Turn on suggestions

Auto-suggest helps you quickly narrow down your search results by suggesting possible matches as you type.

Showing results for

- Home
- /
- Programming
- /
- SAS Procedures
- /
- Formula calculation

Options

- RSS Feed
- Mark Topic as New
- Mark Topic as Read
- Float this Topic for Current User
- Bookmark
- Subscribe
- Mute
- Printer Friendly Page

- Mark as New
- Bookmark
- Subscribe
- Mute
- RSS Feed
- Permalink
- Report Inappropriate Content

Posted 03-24-2018 06:08 PM
(1017 views)

Hi,

Can anyone help the calculation of Y below using SAS code?

Y=A*(B)^{-1}+ A*(B)^{-2} + A*(B)^{-3} + A*(B)^{-4} +……+ A*(B)^{-N}

Thanks a lot!

11 REPLIES 11

- Mark as New
- Bookmark
- Subscribe
- Mute
- RSS Feed
- Permalink
- Report Inappropriate Content

Within a DATA step, and assuming you have variables A, B, and N:

y=0;

do k=1 to n;

y + a*b**(-k);

end;

If B is actually an expression rather than a variable, put it in parentheses:

y + a*(b)**(-k);

- Mark as New
- Bookmark
- Subscribe
- Mute
- RSS Feed
- Permalink
- Report Inappropriate Content

Or this, which should be faster:

```
u = 0;
v = 1/b;
do k = 1 to n;
u = (1 + u) * v;
end;
y = a*u;
```

PG

- Mark as New
- Bookmark
- Subscribe
- Mute
- RSS Feed
- Permalink
- Report Inappropriate Content

Thanks for you both for providing the answer, much appreciated! PG Stats, since the power is negative, should the sas code be revised?

as u = 0;

v = 1/b;

do k = -1 to -n; u = (1 + u) * v; end;

y = a*u;

Thanks and regards.

- Mark as New
- Bookmark
- Subscribe
- Mute
- RSS Feed
- Permalink
- Report Inappropriate Content

No. k is only a counter, not the exponent. The exponent comes from the number of multiplications by v (= 1/b, = b**-1), i.e. the negative exponent results from multiplying by a negative power of b.

PG

- Mark as New
- Bookmark
- Subscribe
- Mute
- RSS Feed
- Permalink
- Report Inappropriate Content

Thanks again, PG Stats!!

- Mark as New
- Bookmark
- Subscribe
- Mute
- RSS Feed
- Permalink
- Report Inappropriate Content

Thanks! How about if N has one decimal place, e.g. 14.1?

- Mark as New
- Bookmark
- Subscribe
- Mute
- RSS Feed
- Permalink
- Report Inappropriate Content

What is the first term in the equation if N has one decimal place?

- Mark as New
- Bookmark
- Subscribe
- Mute
- RSS Feed
- Permalink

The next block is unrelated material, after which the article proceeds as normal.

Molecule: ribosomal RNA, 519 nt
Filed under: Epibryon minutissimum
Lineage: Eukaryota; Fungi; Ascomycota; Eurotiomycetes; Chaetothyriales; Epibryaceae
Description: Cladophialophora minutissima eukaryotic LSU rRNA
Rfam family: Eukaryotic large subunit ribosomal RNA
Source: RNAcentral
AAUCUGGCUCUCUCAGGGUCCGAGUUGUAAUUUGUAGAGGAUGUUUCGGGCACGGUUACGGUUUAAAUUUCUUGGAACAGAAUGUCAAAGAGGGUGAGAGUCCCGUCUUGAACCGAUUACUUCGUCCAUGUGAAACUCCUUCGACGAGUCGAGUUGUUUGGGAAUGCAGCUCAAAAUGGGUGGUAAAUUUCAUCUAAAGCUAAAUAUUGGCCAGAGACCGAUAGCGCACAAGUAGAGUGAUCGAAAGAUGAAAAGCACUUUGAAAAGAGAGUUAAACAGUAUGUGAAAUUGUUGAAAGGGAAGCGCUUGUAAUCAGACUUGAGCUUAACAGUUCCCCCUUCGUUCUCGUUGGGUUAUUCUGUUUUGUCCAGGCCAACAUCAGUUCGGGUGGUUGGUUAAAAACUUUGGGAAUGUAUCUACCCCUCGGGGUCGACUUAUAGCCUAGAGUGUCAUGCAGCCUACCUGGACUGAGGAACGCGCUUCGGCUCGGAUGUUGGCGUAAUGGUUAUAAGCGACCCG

- Report Inappropriate Content

In the equation, everything is the same, only if N is not an integer, the example is below and I need to calculate for each record (Y_{1}........Y_{N})

Y_{1}=A*(B)^{-1}+ A*(B)^{-2} + A*(B)^{-3} + A*(B)^{-4} +……+ A*(B)^{-10.2}

Y_{2}=A*(B)^{-1}+ A*(B)^{-2} + A*(B)^{-3} + A*(B)^{-4} +……+ A*(B)^{-20.3}

^{…….}

Y_{N}=A*(B)-1+ A*(B)-2 + A*(B)-3 + A*(B)-4 +……+ A*(B)^{-N.5}

- Mark as New
- Bookmark
- Subscribe
- Mute
- RSS Feed
- Permalink
- Report Inappropriate Content

Not clear. What is the term before the last?

PG

- Mark as New
- Bookmark
- Subscribe
- Mute
- RSS Feed
- Permalink
- Report Inappropriate Content

Thanks very much, PG!

the term before the last is: A*(B)^{-N+1 }

For example,

Y_{1}=A*(B)^{-1}+ A*(B)^{-2} + A*(B)^{-3} + A*(B)^{-4} +……+ A*(B)^{-9} +A*(B)^{-10.2}

When I run the above sas code, the decimal 0.2 from the last term is missing.

- Mark as New
- Bookmark
- Subscribe
- Mute
- RSS Feed
- Permalink
- Report Inappropriate Content

^{-9} , not 9.2.

Registration is open! SAS is returning to Vegas for an AI and analytics experience like no other! Whether you're an executive, manager, end user or SAS partner, SAS Innovate is designed for everyone on your team. Register for just $495 by 12/31/2023.

**If you are interested in speaking, there is still time to submit a session idea. More details are posted on the website. **

What is Bayesian Analysis?

Learn the difference between classical and Bayesian statistical approaches and see a few PROC examples to perform Bayesian analysis in this video.

Find more tutorials on the SAS Users YouTube channel.